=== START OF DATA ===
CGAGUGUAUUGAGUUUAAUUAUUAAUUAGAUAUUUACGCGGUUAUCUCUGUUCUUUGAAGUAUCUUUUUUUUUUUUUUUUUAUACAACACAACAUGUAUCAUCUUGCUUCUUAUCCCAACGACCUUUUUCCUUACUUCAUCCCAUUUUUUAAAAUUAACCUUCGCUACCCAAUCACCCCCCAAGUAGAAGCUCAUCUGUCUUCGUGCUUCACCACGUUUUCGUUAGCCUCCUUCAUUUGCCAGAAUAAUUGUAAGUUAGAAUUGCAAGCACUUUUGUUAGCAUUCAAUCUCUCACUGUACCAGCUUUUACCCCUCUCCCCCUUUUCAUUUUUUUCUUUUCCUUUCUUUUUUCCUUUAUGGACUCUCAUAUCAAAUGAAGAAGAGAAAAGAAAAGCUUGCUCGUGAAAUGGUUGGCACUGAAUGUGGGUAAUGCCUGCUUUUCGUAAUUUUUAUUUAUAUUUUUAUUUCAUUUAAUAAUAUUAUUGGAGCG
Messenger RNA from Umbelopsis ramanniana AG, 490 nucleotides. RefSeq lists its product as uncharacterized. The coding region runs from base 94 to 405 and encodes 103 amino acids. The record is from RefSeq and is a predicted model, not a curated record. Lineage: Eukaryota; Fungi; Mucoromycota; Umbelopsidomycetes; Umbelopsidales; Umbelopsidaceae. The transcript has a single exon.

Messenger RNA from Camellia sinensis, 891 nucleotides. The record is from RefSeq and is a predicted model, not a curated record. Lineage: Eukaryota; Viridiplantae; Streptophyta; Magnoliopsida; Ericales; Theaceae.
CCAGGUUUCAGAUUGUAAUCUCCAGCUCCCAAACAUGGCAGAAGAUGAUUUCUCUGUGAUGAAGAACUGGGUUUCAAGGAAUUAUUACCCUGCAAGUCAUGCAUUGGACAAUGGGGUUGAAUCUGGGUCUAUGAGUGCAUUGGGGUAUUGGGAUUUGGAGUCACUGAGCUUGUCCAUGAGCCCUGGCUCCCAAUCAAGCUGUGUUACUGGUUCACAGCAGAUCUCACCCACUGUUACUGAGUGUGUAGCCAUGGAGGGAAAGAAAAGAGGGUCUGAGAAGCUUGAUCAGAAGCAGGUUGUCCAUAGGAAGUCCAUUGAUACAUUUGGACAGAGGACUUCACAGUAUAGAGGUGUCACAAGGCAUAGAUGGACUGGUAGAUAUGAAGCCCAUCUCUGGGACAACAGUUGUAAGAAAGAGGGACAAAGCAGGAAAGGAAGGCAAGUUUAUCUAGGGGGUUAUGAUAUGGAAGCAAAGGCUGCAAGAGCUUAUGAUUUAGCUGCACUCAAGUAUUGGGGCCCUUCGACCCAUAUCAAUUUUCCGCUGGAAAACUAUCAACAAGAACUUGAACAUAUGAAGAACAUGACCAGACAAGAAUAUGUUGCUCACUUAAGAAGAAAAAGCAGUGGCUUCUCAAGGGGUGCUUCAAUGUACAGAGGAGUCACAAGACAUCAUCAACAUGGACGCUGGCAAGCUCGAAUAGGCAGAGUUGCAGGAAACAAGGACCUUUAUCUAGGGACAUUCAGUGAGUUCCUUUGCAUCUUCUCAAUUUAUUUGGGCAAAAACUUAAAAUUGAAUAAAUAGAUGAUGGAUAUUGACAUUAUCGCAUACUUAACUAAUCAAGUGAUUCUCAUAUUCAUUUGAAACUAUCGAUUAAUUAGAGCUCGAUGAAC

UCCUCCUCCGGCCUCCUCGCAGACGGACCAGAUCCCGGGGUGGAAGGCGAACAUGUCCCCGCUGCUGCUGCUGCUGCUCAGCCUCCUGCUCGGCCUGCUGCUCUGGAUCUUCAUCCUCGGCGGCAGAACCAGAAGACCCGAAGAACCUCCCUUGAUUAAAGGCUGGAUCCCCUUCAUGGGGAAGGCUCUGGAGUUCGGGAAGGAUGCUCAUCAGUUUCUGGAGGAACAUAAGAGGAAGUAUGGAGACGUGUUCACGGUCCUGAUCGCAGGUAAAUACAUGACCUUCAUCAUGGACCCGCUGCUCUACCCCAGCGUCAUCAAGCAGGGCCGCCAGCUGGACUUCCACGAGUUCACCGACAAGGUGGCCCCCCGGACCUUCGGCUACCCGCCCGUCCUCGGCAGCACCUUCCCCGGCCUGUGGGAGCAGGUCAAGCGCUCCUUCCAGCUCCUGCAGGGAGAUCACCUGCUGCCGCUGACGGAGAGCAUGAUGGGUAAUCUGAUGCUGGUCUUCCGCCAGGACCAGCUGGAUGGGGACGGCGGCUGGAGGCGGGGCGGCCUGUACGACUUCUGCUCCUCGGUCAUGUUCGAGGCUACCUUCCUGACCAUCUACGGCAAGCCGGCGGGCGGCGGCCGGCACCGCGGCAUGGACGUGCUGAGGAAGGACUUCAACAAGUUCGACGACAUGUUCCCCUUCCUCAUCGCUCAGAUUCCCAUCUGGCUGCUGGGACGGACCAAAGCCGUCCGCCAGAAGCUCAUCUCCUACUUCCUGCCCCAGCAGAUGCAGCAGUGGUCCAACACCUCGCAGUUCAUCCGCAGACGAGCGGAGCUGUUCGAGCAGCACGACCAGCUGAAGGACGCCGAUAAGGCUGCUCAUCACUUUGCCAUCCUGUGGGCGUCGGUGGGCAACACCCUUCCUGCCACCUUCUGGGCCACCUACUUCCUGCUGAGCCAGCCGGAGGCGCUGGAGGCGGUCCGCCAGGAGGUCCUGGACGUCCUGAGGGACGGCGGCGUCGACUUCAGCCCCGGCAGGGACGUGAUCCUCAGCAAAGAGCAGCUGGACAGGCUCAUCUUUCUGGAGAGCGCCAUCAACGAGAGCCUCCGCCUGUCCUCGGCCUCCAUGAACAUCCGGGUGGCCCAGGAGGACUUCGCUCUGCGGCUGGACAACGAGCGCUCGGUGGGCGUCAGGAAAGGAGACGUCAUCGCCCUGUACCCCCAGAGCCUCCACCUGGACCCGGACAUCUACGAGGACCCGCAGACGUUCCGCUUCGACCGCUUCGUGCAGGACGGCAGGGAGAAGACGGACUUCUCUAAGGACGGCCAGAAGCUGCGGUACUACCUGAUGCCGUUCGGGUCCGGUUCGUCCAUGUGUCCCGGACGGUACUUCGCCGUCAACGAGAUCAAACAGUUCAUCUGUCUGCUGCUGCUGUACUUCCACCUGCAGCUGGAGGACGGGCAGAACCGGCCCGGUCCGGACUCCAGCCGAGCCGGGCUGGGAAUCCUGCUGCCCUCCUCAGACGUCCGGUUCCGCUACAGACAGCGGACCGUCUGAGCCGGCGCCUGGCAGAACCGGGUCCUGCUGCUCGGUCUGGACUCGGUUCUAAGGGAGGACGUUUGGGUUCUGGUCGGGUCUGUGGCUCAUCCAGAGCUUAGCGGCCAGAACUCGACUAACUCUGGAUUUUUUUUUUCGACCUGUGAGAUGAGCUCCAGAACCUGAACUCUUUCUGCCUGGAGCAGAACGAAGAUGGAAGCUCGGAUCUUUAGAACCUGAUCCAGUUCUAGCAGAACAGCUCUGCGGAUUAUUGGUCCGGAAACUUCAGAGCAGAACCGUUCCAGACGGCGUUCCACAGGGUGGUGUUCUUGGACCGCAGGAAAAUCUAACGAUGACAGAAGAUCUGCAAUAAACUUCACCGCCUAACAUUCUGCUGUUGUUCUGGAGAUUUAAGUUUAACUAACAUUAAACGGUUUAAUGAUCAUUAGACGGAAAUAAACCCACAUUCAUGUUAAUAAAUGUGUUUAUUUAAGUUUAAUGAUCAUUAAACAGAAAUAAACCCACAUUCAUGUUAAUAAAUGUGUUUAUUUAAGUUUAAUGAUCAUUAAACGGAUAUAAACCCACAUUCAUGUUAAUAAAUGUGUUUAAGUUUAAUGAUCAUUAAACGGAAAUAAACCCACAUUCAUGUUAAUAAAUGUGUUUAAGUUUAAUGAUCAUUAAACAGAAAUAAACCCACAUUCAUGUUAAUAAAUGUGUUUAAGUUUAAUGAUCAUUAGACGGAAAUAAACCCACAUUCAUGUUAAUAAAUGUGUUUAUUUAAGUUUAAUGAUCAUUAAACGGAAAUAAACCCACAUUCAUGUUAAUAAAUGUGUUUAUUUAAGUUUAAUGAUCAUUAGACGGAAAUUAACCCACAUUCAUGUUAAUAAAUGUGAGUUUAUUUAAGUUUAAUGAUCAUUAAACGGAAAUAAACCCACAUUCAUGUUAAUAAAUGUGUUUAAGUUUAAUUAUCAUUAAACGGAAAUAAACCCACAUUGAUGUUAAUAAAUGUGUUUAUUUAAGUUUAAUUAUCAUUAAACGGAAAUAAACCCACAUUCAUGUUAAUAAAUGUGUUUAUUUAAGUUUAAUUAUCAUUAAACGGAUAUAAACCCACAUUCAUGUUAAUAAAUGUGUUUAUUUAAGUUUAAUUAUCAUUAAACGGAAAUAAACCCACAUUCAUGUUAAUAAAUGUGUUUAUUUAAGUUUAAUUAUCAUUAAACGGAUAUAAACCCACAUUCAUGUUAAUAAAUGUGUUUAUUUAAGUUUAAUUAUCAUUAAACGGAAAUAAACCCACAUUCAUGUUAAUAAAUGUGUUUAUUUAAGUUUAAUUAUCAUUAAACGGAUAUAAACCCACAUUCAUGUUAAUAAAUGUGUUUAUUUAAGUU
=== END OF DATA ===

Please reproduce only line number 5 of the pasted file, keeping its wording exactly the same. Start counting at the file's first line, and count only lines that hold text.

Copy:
UCCUCCUCCGGCCUCCUCGCAGACGGACCAGAUCCCGGGGUGGAAGGCGAACAUGUCCCCGCUGCUGCUGCUGCUGCUCAGCCUCCUGCUCGGCCUGCUGCUCUGGAUCUUCAUCCUCGGCGGCAGAACCAGAAGACCCGAAGAACCUCCCUUGAUUAAAGGCUGGAUCCCCUUCAUGGGGAAGGCUCUGGAGUUCGGGAAGGAUGCUCAUCAGUUUCUGGAGGAACAUAAGAGGAAGUAUGGAGACGUGUUCACGGUCCUGAUCGCAGGUAAAUACAUGACCUUCAUCAUGGACCCGCUGCUCUACCCCAGCGUCAUCAAGCAGGGCCGCCAGCUGGACUUCCACGAGUUCACCGACAAGGUGGCCCCCCGGACCUUCGGCUACCCGCCCGUCCUCGGCAGCACCUUCCCCGGCCUGUGGGAGCAGGUCAAGCGCUCCUUCCAGCUCCUGCAGGGAGAUCACCUGCUGCCGCUGACGGAGAGCAUGAUGGGUAAUCUGAUGCUGGUCUUCCGCCAGGACCAGCUGGAUGGGGACGGCGGCUGGAGGCGGGGCGGCCUGUACGACUUCUGCUCCUCGGUCAUGUUCGAGGCUACCUUCCUGACCAUCUACGGCAAGCCGGCGGGCGGCGGCCGGCACCGCGGCAUGGACGUGCUGAGGAAGGACUUCAACAAGUUCGACGACAUGUUCCCCUUCCUCAUCGCUCAGAUUCCCAUCUGGCUGCUGGGACGGACCAAAGCCGUCCGCCAGAAGCUCAUCUCCUACUUCCUGCCCCAGCAGAUGCAGCAGUGGUCCAACACCUCGCAGUUCAUCCGCAGACGAGCGGAGCUGUUCGAGCAGCACGACCAGCUGAAGGACGCCGAUAAGGCUGCUCAUCACUUUGCCAUCCUGUGGGCGUCGGUGGGCAACACCCUUCCUGCCACCUUCUGGGCCACCUACUUCCUGCUGAGCCAGCCGGAGGCGCUGGAGGCGGUCCGCCAGGAGGUCCUGGACGUCCUGAGGGACGGCGGCGUCGACUUCAGCCCCGGCAGGGACGUGAUCCUCAGCAAAGAGCAGCUGGACAGGCUCAUCUUUCUGGAGAGCGCCAUCAACGAGAGCCUCCGCCUGUCCUCGGCCUCCAUGAACAUCCGGGUGGCCCAGGAGGACUUCGCUCUGCGGCUGGACAACGAGCGCUCGGUGGGCGUCAGGAAAGGAGACGUCAUCGCCCUGUACCCCCAGAGCCUCCACCUGGACCCGGACAUCUACGAGGACCCGCAGACGUUCCGCUUCGACCGCUUCGUGCAGGACGGCAGGGAGAAGACGGACUUCUCUAAGGACGGCCAGAAGCUGCGGUACUACCUGAUGCCGUUCGGGUCCGGUUCGUCCAUGUGUCCCGGACGGUACUUCGCCGUCAACGAGAUCAAACAGUUCAUCUGUCUGCUGCUGCUGUACUUCCACCUGCAGCUGGAGGACGGGCAGAACCGGCCCGGUCCGGACUCCAGCCGAGCCGGGCUGGGAAUCCUGCUGCCCUCCUCAGACGUCCGGUUCCGCUACAGACAGCGGACCGUCUGAGCCGGCGCCUGGCAGAACCGGGUCCUGCUGCUCGGUCUGGACUCGGUUCUAAGGGAGGACGUUUGGGUUCUGGUCGGGUCUGUGGCUCAUCCAGAGCUUAGCGGCCAGAACUCGACUAACUCUGGAUUUUUUUUUUCGACCUGUGAGAUGAGCUCCAGAACCUGAACUCUUUCUGCCUGGAGCAGAACGAAGAUGGAAGCUCGGAUCUUUAGAACCUGAUCCAGUUCUAGCAGAACAGCUCUGCGGAUUAUUGGUCCGGAAACUUCAGAGCAGAACCGUUCCAGACGGCGUUCCACAGGGUGGUGUUCUUGGACCGCAGGAAAAUCUAACGAUGACAGAAGAUCUGCAAUAAACUUCACCGCCUAACAUUCUGCUGUUGUUCUGGAGAUUUAAGUUUAACUAACAUUAAACGGUUUAAUGAUCAUUAGACGGAAAUAAACCCACAUUCAUGUUAAUAAAUGUGUUUAUUUAAGUUUAAUGAUCAUUAAACAGAAAUAAACCCACAUUCAUGUUAAUAAAUGUGUUUAUUUAAGUUUAAUGAUCAUUAAACGGAUAUAAACCCACAUUCAUGUUAAUAAAUGUGUUUAAGUUUAAUGAUCAUUAAACGGAAAUAAACCCACAUUCAUGUUAAUAAAUGUGUUUAAGUUUAAUGAUCAUUAAACAGAAAUAAACCCACAUUCAUGUUAAUAAAUGUGUUUAAGUUUAAUGAUCAUUAGACGGAAAUAAACCCACAUUCAUGUUAAUAAAUGUGUUUAUUUAAGUUUAAUGAUCAUUAAACGGAAAUAAACCCACAUUCAUGUUAAUAAAUGUGUUUAUUUAAGUUUAAUGAUCAUUAGACGGAAAUUAACCCACAUUCAUGUUAAUAAAUGUGAGUUUAUUUAAGUUUAAUGAUCAUUAAACGGAAAUAAACCCACAUUCAUGUUAAUAAAUGUGUUUAAGUUUAAUUAUCAUUAAACGGAAAUAAACCCACAUUGAUGUUAAUAAAUGUGUUUAUUUAAGUUUAAUUAUCAUUAAACGGAAAUAAACCCACAUUCAUGUUAAUAAAUGUGUUUAUUUAAGUUUAAUUAUCAUUAAACGGAUAUAAACCCACAUUCAUGUUAAUAAAUGUGUUUAUUUAAGUUUAAUUAUCAUUAAACGGAAAUAAACCCACAUUCAUGUUAAUAAAUGUGUUUAUUUAAGUUUAAUUAUCAUUAAACGGAUAUAAACCCACAUUCAUGUUAAUAAAUGUGUUUAUUUAAGUUUAAUUAUCAUUAAACGGAAAUAAACCCACAUUCAUGUUAAUAAAUGUGUUUAUUUAAGUUUAAUUAUCAUUAAACGGAUAUAAACCCACAUUCAUGUUAAUAAAUGUGUUUAUUUAAGUU